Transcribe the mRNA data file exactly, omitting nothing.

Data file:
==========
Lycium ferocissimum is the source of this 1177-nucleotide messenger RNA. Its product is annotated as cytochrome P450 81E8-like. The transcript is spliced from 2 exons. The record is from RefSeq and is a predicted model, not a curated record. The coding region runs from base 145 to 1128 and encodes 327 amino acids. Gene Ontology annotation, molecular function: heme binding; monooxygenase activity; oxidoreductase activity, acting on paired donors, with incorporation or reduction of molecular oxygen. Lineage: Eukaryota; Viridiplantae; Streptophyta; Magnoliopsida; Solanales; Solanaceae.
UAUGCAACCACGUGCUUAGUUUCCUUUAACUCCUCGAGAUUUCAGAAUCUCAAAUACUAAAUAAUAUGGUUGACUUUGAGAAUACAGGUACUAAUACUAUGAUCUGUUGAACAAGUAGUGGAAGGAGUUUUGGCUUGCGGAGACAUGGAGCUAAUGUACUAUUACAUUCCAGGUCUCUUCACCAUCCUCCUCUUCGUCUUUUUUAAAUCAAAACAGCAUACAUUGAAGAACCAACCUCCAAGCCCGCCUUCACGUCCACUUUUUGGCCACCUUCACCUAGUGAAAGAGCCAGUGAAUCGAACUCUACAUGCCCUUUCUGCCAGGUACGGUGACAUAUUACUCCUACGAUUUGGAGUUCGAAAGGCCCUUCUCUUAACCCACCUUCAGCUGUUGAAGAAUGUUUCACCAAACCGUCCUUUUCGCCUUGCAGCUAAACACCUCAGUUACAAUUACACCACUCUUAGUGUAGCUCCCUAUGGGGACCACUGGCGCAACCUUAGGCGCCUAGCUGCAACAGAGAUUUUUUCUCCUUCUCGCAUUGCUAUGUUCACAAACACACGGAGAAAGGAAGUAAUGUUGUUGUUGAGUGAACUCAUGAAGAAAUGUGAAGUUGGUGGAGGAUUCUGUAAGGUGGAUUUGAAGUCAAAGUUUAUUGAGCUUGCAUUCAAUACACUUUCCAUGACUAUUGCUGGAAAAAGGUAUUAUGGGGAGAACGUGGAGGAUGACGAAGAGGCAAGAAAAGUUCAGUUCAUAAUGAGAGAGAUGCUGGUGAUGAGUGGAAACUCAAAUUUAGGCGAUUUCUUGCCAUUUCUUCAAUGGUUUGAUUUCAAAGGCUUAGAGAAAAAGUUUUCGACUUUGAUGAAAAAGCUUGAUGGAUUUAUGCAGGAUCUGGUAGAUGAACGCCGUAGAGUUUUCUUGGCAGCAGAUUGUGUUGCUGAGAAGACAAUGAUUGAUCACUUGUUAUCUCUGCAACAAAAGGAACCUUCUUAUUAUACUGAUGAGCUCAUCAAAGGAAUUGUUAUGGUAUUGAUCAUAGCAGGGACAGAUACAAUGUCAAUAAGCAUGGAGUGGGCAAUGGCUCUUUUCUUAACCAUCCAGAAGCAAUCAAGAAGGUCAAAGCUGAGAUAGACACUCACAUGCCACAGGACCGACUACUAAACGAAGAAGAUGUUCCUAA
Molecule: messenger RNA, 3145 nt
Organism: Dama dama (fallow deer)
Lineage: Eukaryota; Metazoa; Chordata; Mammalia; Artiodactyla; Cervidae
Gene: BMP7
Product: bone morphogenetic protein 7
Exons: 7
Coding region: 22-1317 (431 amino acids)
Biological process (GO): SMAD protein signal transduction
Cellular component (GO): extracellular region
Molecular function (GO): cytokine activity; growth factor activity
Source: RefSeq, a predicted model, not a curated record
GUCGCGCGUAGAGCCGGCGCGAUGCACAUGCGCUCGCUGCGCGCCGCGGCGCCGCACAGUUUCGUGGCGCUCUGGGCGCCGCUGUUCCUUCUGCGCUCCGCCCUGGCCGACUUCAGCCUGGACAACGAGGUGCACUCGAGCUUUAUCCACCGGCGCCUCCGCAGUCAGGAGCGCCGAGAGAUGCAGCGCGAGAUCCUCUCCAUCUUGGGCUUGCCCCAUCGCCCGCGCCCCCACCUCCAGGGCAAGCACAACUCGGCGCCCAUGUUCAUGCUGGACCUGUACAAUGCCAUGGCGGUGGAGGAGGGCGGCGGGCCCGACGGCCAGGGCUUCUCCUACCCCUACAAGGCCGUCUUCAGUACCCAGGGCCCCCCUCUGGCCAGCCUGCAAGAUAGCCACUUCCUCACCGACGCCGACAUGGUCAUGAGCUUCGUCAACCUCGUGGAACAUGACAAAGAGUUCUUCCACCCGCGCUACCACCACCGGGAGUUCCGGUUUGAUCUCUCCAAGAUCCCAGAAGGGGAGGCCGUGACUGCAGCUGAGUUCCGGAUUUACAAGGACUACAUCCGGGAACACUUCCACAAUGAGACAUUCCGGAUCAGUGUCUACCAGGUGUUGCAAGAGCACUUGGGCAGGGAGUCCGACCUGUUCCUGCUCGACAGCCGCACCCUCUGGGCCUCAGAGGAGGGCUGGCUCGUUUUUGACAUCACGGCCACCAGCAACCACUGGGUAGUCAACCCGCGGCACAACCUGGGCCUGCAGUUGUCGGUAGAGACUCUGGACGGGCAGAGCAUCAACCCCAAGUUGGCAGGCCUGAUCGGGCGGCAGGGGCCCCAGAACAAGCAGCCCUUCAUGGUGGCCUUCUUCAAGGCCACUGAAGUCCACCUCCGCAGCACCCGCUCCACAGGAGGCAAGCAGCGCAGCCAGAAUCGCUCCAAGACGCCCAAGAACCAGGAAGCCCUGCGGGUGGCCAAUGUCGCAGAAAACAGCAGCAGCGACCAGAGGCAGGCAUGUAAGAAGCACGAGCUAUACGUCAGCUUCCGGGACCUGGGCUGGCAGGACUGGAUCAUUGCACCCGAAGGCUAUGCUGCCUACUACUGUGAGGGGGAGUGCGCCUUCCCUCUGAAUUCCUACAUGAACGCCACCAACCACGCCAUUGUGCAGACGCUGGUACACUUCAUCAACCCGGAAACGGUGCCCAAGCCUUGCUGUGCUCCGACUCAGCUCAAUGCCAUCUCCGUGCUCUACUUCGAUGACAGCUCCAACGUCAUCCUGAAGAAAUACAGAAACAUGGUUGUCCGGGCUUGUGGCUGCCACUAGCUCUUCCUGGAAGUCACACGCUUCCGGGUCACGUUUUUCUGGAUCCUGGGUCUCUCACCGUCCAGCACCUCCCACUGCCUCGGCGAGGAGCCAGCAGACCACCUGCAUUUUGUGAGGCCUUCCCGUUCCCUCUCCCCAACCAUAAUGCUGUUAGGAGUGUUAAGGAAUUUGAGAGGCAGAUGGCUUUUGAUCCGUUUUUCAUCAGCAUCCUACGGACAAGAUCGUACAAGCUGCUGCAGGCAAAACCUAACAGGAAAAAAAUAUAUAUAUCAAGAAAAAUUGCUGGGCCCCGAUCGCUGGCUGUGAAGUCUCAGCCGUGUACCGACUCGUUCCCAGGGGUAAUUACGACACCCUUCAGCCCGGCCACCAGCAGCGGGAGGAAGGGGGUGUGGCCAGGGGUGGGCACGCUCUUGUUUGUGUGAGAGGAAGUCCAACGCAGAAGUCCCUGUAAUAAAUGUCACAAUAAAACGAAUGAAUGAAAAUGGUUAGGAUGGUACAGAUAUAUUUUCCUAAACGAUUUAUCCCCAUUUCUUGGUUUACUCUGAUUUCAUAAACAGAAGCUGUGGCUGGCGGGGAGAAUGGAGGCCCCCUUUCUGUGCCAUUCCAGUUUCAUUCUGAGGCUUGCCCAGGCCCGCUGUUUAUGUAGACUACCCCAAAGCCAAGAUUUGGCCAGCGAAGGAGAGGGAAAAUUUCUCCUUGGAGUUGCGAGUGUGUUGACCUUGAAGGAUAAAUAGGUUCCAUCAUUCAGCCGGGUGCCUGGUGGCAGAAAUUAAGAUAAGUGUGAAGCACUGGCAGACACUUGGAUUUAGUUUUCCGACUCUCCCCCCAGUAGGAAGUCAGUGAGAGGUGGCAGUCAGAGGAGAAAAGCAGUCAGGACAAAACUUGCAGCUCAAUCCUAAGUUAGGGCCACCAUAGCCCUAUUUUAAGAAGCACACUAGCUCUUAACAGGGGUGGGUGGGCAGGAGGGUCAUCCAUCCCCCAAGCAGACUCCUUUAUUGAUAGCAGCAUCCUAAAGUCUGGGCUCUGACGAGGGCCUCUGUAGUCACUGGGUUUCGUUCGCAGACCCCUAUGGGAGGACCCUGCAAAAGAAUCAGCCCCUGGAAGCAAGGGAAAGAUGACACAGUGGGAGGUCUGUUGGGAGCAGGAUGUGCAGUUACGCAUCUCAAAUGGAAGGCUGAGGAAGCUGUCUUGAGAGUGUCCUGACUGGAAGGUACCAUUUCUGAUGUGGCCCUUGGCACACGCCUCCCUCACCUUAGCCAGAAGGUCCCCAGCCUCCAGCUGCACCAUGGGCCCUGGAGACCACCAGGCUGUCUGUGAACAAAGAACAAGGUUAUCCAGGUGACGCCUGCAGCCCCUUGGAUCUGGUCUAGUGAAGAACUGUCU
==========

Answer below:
Lycium ferocissimum is the source of this 1177-nucleotide messenger RNA. Its product is annotated as cytochrome P450 81E8-like. The transcript is spliced from 2 exons. The record is from RefSeq and is a predicted model, not a curated record. The coding region runs from base 145 to 1128 and encodes 327 amino acids. Gene Ontology annotation, molecular function: heme binding; monooxygenase activity; oxidoreductase activity, acting on paired donors, with incorporation or reduction of molecular oxygen. Lineage: Eukaryota; Viridiplantae; Streptophyta; Magnoliopsida; Solanales; Solanaceae.
UAUGCAACCACGUGCUUAGUUUCCUUUAACUCCUCGAGAUUUCAGAAUCUCAAAUACUAAAUAAUAUGGUUGACUUUGAGAAUACAGGUACUAAUACUAUGAUCUGUUGAACAAGUAGUGGAAGGAGUUUUGGCUUGCGGAGACAUGGAGCUAAUGUACUAUUACAUUCCAGGUCUCUUCACCAUCCUCCUCUUCGUCUUUUUUAAAUCAAAACAGCAUACAUUGAAGAACCAACCUCCAAGCCCGCCUUCACGUCCACUUUUUGGCCACCUUCACCUAGUGAAAGAGCCAGUGAAUCGAACUCUACAUGCCCUUUCUGCCAGGUACGGUGACAUAUUACUCCUACGAUUUGGAGUUCGAAAGGCCCUUCUCUUAACCCACCUUCAGCUGUUGAAGAAUGUUUCACCAAACCGUCCUUUUCGCCUUGCAGCUAAACACCUCAGUUACAAUUACACCACUCUUAGUGUAGCUCCCUAUGGGGACCACUGGCGCAACCUUAGGCGCCUAGCUGCAACAGAGAUUUUUUCUCCUUCUCGCAUUGCUAUGUUCACAAACACACGGAGAAAGGAAGUAAUGUUGUUGUUGAGUGAACUCAUGAAGAAAUGUGAAGUUGGUGGAGGAUUCUGUAAGGUGGAUUUGAAGUCAAAGUUUAUUGAGCUUGCAUUCAAUACACUUUCCAUGACUAUUGCUGGAAAAAGGUAUUAUGGGGAGAACGUGGAGGAUGACGAAGAGGCAAGAAAAGUUCAGUUCAUAAUGAGAGAGAUGCUGGUGAUGAGUGGAAACUCAAAUUUAGGCGAUUUCUUGCCAUUUCUUCAAUGGUUUGAUUUCAAAGGCUUAGAGAAAAAGUUUUCGACUUUGAUGAAAAAGCUUGAUGGAUUUAUGCAGGAUCUGGUAGAUGAACGCCGUAGAGUUUUCUUGGCAGCAGAUUGUGUUGCUGAGAAGACAAUGAUUGAUCACUUGUUAUCUCUGCAACAAAAGGAACCUUCUUAUUAUACUGAUGAGCUCAUCAAAGGAAUUGUUAUGGUAUUGAUCAUAGCAGGGACAGAUACAAUGUCAAUAAGCAUGGAGUGGGCAAUGGCUCUUUUCUUAACCAUCCAGAAGCAAUCAAGAAGGUCAAAGCUGAGAUAGACACUCACAUGCCACAGGACCGACUACUAAACGAAGAAGAUGUUCCUAA
Molecule: messenger RNA, 3145 nt
Organism: Dama dama (fallow deer)
Lineage: Eukaryota; Metazoa; Chordata; Mammalia; Artiodactyla; Cervidae
Gene: BMP7
Product: bone morphogenetic protein 7
Exons: 7
Coding region: 22-1317 (431 amino acids)
Biological process (GO): SMAD protein signal transduction
Cellular component (GO): extracellular region
Molecular function (GO): cytokine activity; growth factor activity
Source: RefSeq, a predicted model, not a curated record
GUCGCGCGUAGAGCCGGCGCGAUGCACAUGCGCUCGCUGCGCGCCGCGGCGCCGCACAGUUUCGUGGCGCUCUGGGCGCCGCUGUUCCUUCUGCGCUCCGCCCUGGCCGACUUCAGCCUGGACAACGAGGUGCACUCGAGCUUUAUCCACCGGCGCCUCCGCAGUCAGGAGCGCCGAGAGAUGCAGCGCGAGAUCCUCUCCAUCUUGGGCUUGCCCCAUCGCCCGCGCCCCCACCUCCAGGGCAAGCACAACUCGGCGCCCAUGUUCAUGCUGGACCUGUACAAUGCCAUGGCGGUGGAGGAGGGCGGCGGGCCCGACGGCCAGGGCUUCUCCUACCCCUACAAGGCCGUCUUCAGUACCCAGGGCCCCCCUCUGGCCAGCCUGCAAGAUAGCCACUUCCUCACCGACGCCGACAUGGUCAUGAGCUUCGUCAACCUCGUGGAACAUGACAAAGAGUUCUUCCACCCGCGCUACCACCACCGGGAGUUCCGGUUUGAUCUCUCCAAGAUCCCAGAAGGGGAGGCCGUGACUGCAGCUGAGUUCCGGAUUUACAAGGACUACAUCCGGGAACACUUCCACAAUGAGACAUUCCGGAUCAGUGUCUACCAGGUGUUGCAAGAGCACUUGGGCAGGGAGUCCGACCUGUUCCUGCUCGACAGCCGCACCCUCUGGGCCUCAGAGGAGGGCUGGCUCGUUUUUGACAUCACGGCCACCAGCAACCACUGGGUAGUCAACCCGCGGCACAACCUGGGCCUGCAGUUGUCGGUAGAGACUCUGGACGGGCAGAGCAUCAACCCCAAGUUGGCAGGCCUGAUCGGGCGGCAGGGGCCCCAGAACAAGCAGCCCUUCAUGGUGGCCUUCUUCAAGGCCACUGAAGUCCACCUCCGCAGCACCCGCUCCACAGGAGGCAAGCAGCGCAGCCAGAAUCGCUCCAAGACGCCCAAGAACCAGGAAGCCCUGCGGGUGGCCAAUGUCGCAGAAAACAGCAGCAGCGACCAGAGGCAGGCAUGUAAGAAGCACGAGCUAUACGUCAGCUUCCGGGACCUGGGCUGGCAGGACUGGAUCAUUGCACCCGAAGGCUAUGCUGCCUACUACUGUGAGGGGGAGUGCGCCUUCCCUCUGAAUUCCUACAUGAACGCCACCAACCACGCCAUUGUGCAGACGCUGGUACACUUCAUCAACCCGGAAACGGUGCCCAAGCCUUGCUGUGCUCCGACUCAGCUCAAUGCCAUCUCCGUGCUCUACUUCGAUGACAGCUCCAACGUCAUCCUGAAGAAAUACAGAAACAUGGUUGUCCGGGCUUGUGGCUGCCACUAGCUCUUCCUGGAAGUCACACGCUUCCGGGUCACGUUUUUCUGGAUCCUGGGUCUCUCACCGUCCAGCACCUCCCACUGCCUCGGCGAGGAGCCAGCAGACCACCUGCAUUUUGUGAGGCCUUCCCGUUCCCUCUCCCCAACCAUAAUGCUGUUAGGAGUGUUAAGGAAUUUGAGAGGCAGAUGGCUUUUGAUCCGUUUUUCAUCAGCAUCCUACGGACAAGAUCGUACAAGCUGCUGCAGGCAAAACCUAACAGGAAAAAAAUAUAUAUAUCAAGAAAAAUUGCUGGGCCCCGAUCGCUGGCUGUGAAGUCUCAGCCGUGUACCGACUCGUUCCCAGGGGUAAUUACGACACCCUUCAGCCCGGCCACCAGCAGCGGGAGGAAGGGGGUGUGGCCAGGGGUGGGCACGCUCUUGUUUGUGUGAGAGGAAGUCCAACGCAGAAGUCCCUGUAAUAAAUGUCACAAUAAAACGAAUGAAUGAAAAUGGUUAGGAUGGUACAGAUAUAUUUUCCUAAACGAUUUAUCCCCAUUUCUUGGUUUACUCUGAUUUCAUAAACAGAAGCUGUGGCUGGCGGGGAGAAUGGAGGCCCCCUUUCUGUGCCAUUCCAGUUUCAUUCUGAGGCUUGCCCAGGCCCGCUGUUUAUGUAGACUACCCCAAAGCCAAGAUUUGGCCAGCGAAGGAGAGGGAAAAUUUCUCCUUGGAGUUGCGAGUGUGUUGACCUUGAAGGAUAAAUAGGUUCCAUCAUUCAGCCGGGUGCCUGGUGGCAGAAAUUAAGAUAAGUGUGAAGCACUGGCAGACACUUGGAUUUAGUUUUCCGACUCUCCCCCCAGUAGGAAGUCAGUGAGAGGUGGCAGUCAGAGGAGAAAAGCAGUCAGGACAAAACUUGCAGCUCAAUCCUAAGUUAGGGCCACCAUAGCCCUAUUUUAAGAAGCACACUAGCUCUUAACAGGGGUGGGUGGGCAGGAGGGUCAUCCAUCCCCCAAGCAGACUCCUUUAUUGAUAGCAGCAUCCUAAAGUCUGGGCUCUGACGAGGGCCUCUGUAGUCACUGGGUUUCGUUCGCAGACCCCUAUGGGAGGACCCUGCAAAAGAAUCAGCCCCUGGAAGCAAGGGAAAGAUGACACAGUGGGAGGUCUGUUGGGAGCAGGAUGUGCAGUUACGCAUCUCAAAUGGAAGGCUGAGGAAGCUGUCUUGAGAGUGUCCUGACUGGAAGGUACCAUUUCUGAUGUGGCCCUUGGCACACGCCUCCCUCACCUUAGCCAGAAGGUCCCCAGCCUCCAGCUGCACCAUGGGCCCUGGAGACCACCAGGCUGUCUGUGAACAAAGAACAAGGUUAUCCAGGUGACGCCUGCAGCCCCUUGGAUCUGGUCUAGUGAAGAACUGUCU